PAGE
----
Inside story

3 May 12
Accounting in the public sector has had its fair share of change. Now it is the turn of internal audit, with new standards set to be published later this year
By Keeley Lund | 1 May 2012

Accounting in the public sector has had its fair share of change. Now it is the turn of internal audit, with new standards set to be published later this year

Public sector accounting has been through a lot of changes, from the move to accrual accounting some years back to the current big step to adopting International Financial Reporting Standards.

CIPFA and the Local Authority (Scotland) Accounts Advisory Committee have begun a post-implementation review to see what lessons can be learnt from the process and how the Code of Practice on Local Authority Accounting can be improved in the future.

But by the end of this year, it won’t just be accounting that has changed. Internal auditing now faces its own transformation – although this is likely to be a much bigger revolution for local government than for central government and the NHS.

CIPFA and the Institute of Internal Auditors announced a year ago that they were going to work together to develop the internal auditing profession in the public sector. This includes drawing up pan-public sector standards, based on the mandatory element of the global IIA’s International Professional Performance Framework. This ‘element’ is wider than just the standards themselves and comprises: a definition of internal auditing, a code of ethics and the standards.

Some of you might already know the IPPF because you are IIA members. Others might work in central government or the NHS, which have been using amended versions of the framework for the past couple of years, respectively the Government Internal Audit Standards and the NHS Internal Audit Standards. The way these two sets of public sector standards have adapted the IPPF have worked well: they reproduce it wholesale and without amendment, but add any supplementary sectoral requirements in boxes within those standards.

At an early stage in the process, the various relevant internal audit standard-setting bodies were approached for their views on developing UK public sector-wide standards. The first response was positive and after initial meetings in autumn 2011, those bodies agreed to develop and manage the new UK Public Sector Internal Audit Standards (PSIAS). In March 2012, the Internal Audit Standards Advisory Board was formed to provide oversight and challenge to the process, taking the Financial Reporting Advisory Board as its model.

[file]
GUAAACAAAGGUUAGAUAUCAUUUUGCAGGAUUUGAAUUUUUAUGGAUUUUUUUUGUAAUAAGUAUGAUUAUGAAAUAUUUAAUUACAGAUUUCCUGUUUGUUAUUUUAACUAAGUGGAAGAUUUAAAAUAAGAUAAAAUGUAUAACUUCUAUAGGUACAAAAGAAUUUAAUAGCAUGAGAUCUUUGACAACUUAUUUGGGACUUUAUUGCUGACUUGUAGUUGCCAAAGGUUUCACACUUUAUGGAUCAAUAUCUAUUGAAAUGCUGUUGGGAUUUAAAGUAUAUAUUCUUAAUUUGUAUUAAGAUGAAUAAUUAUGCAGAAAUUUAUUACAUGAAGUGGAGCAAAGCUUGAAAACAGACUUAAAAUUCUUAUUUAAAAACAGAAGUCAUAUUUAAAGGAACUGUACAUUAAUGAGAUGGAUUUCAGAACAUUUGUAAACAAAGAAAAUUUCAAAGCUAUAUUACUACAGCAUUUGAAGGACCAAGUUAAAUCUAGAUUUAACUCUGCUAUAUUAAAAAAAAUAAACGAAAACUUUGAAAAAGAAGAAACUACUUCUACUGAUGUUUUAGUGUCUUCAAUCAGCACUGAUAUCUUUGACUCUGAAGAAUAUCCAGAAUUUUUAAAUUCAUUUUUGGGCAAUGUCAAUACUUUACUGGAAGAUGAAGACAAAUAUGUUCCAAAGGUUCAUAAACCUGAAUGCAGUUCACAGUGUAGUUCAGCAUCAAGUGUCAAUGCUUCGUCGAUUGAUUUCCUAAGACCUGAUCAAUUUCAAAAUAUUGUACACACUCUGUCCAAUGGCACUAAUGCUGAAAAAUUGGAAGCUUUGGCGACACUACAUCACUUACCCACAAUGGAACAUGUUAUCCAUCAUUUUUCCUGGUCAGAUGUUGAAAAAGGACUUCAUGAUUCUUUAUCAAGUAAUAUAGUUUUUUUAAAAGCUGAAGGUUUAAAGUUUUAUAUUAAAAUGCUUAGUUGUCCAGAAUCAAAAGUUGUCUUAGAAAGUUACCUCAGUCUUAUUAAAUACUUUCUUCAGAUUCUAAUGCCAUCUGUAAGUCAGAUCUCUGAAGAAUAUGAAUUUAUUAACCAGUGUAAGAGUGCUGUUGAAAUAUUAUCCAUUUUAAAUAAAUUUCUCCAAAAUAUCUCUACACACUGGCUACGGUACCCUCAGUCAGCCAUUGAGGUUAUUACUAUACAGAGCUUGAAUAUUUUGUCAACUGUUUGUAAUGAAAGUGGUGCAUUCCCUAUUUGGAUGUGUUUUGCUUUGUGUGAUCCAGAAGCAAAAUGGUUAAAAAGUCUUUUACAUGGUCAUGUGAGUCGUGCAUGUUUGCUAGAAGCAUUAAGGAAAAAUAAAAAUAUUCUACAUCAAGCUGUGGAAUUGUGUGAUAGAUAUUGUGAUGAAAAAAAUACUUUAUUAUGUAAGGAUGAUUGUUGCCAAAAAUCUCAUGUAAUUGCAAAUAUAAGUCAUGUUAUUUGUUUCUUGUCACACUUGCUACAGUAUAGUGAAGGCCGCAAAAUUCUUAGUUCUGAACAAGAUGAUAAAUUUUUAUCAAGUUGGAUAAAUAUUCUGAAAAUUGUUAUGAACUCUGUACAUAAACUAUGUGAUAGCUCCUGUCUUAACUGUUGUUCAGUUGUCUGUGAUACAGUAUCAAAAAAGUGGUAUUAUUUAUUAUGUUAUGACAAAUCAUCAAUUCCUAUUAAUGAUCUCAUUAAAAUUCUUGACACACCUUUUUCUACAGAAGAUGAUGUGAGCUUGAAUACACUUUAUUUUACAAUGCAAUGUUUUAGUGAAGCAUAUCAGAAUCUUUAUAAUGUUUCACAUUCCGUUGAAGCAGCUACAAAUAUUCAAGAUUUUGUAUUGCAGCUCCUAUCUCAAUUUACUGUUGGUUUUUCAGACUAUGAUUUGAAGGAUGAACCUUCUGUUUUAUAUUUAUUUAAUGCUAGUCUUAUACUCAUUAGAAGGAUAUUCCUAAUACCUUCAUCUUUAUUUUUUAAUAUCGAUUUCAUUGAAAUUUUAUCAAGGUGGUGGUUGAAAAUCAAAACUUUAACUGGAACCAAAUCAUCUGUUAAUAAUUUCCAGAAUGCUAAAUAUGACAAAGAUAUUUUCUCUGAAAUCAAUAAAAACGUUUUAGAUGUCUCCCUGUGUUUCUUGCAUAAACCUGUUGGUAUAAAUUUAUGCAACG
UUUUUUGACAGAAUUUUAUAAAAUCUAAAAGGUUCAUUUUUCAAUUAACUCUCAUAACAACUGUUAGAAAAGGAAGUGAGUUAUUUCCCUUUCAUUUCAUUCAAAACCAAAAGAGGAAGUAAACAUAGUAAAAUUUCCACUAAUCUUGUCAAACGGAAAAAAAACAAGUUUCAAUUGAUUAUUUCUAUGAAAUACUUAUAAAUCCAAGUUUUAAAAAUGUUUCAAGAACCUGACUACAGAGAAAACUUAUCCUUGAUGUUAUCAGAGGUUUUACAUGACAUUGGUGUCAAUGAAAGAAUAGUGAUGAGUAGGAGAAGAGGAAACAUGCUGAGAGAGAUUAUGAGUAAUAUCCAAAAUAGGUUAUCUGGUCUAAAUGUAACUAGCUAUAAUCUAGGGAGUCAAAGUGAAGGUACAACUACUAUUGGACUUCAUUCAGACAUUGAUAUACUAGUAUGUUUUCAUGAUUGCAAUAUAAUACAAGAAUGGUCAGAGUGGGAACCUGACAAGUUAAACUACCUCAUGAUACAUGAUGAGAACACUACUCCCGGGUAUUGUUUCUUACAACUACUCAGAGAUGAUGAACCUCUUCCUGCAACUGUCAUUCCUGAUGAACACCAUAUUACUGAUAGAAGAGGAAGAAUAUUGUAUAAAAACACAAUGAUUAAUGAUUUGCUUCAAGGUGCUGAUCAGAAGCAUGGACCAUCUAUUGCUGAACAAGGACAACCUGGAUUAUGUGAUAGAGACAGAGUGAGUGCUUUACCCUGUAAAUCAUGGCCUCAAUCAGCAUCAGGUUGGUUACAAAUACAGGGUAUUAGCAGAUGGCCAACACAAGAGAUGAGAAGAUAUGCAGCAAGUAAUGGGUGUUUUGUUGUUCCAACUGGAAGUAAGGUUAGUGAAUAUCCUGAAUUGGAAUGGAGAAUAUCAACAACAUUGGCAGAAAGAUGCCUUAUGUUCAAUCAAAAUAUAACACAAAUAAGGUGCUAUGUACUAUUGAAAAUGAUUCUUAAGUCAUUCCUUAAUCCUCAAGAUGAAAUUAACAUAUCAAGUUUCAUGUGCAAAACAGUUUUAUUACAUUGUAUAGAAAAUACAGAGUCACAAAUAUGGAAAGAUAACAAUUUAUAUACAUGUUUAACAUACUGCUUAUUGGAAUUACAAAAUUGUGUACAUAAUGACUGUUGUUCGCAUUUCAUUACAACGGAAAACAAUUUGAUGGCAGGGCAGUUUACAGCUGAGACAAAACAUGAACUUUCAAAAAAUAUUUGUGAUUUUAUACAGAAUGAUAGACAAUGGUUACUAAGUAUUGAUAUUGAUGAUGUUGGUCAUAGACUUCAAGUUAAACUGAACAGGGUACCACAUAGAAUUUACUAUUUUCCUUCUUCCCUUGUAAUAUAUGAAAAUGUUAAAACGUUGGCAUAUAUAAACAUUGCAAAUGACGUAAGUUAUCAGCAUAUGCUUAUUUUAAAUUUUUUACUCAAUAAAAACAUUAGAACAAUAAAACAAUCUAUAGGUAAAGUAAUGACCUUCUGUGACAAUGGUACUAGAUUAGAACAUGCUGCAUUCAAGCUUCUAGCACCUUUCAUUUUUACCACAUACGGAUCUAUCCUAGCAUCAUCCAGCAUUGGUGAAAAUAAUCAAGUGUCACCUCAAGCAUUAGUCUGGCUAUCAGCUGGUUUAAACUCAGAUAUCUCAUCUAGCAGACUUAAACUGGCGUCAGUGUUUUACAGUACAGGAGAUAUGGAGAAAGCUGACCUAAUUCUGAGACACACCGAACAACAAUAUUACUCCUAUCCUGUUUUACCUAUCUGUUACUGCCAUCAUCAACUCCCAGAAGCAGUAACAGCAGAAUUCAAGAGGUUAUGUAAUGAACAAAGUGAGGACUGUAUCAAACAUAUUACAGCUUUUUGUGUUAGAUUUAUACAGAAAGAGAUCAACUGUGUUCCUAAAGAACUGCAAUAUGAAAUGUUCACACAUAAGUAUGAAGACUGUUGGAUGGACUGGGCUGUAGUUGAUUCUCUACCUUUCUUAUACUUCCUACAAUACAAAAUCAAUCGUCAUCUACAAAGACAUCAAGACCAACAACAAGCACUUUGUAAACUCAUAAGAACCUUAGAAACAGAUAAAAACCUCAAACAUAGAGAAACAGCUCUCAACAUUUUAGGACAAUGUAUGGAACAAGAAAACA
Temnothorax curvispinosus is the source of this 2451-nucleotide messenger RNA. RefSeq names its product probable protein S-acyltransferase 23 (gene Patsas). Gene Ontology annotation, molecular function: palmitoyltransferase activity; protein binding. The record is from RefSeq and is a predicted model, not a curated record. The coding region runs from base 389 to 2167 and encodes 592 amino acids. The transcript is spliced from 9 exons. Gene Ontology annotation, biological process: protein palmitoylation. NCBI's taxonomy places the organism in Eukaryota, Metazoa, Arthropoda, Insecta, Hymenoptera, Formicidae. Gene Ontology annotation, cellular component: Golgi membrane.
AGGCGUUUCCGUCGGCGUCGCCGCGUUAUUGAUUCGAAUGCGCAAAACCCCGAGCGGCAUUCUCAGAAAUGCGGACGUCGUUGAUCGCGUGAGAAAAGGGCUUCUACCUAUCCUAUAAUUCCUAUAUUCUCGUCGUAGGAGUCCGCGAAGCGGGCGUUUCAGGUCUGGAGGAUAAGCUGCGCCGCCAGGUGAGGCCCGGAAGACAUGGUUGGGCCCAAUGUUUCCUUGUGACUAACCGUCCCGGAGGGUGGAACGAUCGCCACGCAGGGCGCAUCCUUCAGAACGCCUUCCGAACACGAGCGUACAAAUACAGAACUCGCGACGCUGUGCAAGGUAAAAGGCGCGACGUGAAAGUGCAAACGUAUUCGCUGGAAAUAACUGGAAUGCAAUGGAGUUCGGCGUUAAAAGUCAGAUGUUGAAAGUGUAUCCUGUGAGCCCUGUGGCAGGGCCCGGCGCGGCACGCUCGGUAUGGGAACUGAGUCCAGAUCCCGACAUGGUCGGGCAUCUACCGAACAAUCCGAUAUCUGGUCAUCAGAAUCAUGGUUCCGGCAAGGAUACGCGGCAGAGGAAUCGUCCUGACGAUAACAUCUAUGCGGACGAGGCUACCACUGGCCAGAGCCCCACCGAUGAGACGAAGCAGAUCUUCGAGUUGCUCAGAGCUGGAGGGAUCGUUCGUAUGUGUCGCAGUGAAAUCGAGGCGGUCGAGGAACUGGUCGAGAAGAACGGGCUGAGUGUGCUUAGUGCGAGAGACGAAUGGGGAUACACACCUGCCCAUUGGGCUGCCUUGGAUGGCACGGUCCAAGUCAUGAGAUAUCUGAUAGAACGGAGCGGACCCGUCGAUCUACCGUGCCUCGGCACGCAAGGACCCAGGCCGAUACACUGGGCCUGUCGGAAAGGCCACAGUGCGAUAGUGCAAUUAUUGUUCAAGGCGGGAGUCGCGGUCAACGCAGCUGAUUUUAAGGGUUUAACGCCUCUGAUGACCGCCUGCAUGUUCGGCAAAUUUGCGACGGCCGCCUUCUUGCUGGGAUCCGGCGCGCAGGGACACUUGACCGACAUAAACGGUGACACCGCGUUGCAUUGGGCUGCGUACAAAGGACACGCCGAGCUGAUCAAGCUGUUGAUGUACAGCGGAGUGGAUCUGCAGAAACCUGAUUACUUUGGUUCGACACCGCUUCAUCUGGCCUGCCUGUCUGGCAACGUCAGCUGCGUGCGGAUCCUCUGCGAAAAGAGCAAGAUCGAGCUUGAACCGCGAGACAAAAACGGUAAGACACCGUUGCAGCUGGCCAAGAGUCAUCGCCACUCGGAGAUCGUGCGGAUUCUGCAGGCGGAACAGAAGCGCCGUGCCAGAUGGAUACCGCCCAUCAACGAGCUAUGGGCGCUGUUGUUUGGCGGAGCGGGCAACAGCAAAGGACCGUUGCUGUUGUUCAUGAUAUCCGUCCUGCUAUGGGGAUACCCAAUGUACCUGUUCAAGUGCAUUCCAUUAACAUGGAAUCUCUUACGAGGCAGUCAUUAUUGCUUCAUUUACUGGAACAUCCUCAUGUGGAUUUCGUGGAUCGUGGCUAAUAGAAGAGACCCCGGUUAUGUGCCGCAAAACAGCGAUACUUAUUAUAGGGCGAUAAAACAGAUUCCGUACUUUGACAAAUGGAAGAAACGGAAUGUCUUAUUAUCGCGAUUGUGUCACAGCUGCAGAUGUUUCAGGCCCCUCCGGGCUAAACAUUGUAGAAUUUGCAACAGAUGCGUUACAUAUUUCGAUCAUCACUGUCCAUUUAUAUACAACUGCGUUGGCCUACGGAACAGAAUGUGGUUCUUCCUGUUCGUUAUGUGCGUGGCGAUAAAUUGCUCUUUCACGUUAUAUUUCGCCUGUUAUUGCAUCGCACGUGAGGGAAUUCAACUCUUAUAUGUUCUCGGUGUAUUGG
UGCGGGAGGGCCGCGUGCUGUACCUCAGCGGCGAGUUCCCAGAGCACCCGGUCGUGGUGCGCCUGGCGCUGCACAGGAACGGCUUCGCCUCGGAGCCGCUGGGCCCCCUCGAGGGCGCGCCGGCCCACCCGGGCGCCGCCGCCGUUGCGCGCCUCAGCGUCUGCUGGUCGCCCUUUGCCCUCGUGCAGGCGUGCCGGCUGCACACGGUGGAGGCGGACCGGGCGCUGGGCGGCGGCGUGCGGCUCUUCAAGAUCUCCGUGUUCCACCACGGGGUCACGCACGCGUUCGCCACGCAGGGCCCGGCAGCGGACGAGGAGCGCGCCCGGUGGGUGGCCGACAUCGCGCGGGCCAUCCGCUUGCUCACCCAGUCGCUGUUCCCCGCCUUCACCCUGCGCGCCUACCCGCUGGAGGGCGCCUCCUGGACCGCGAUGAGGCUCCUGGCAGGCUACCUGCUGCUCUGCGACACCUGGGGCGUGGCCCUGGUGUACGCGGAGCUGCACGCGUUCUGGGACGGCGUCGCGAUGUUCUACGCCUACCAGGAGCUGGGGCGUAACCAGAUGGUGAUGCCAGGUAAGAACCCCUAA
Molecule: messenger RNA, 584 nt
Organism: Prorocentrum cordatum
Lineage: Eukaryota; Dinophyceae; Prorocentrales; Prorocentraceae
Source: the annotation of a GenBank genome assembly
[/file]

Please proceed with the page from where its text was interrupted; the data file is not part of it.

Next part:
Members of the board, which is chaired by Janet Eilbeck, represent the relevant internal audit standard-setters plus practitioner members from central and local governments, the NHS and the private sector. There are also observer members from foundation trust regulator Monitor, the government of the Republic of Ireland and the European Union. Many of the members applied and were interviewed in a competitive process.

The board has now met twice, in March and April, and is due to meet in May and June. It has agreed that the new PSIAS will be published by the end of this year so the timetable is tight. At each meeting, members have been discussing the individual standards and suggesting additional public sector requirements. In between meetings, standards that are not likely to need any extra application boxes are discussed and cleared electronically.

The board will issue a draft set of PSIAS for consultation in the next couple of months. It will seek responses from organisations and individuals across the UK public sector and beyond.

While the development of the PSIAS is being undertaken jointly by the standard setters, it is anticipated that individual sectoral guidance will be published by the respective body for the sector. For example, the CIPFA Audit Panel is taking the lead on drafting a new, fully updated local government code of practice for internal audit that should also be published by the end of 2012.

The PSIAS will apply statutorily to UK central and local government and NHS bodies (excluding foundation trusts). Other types of organisations in the UK follow internal audit standards currently covered by GIAS, the local government code, NHS standards and the IIA’s unadulterated standards, such as housing, charity and further and higher education bodies. These sectors might also wish to adopt the PSIAS in time.

CIPFA, the IIA and the other standard setters believe that the development of the first set of Public Sector Internal Audit Standards represents a major step forward in public financial management.

Keeley Lund is technical manager, professional standards and guidance, at CIPFA. To keep up to date with the work of the Internal Audit Standards Advisory Board, visit Transparent

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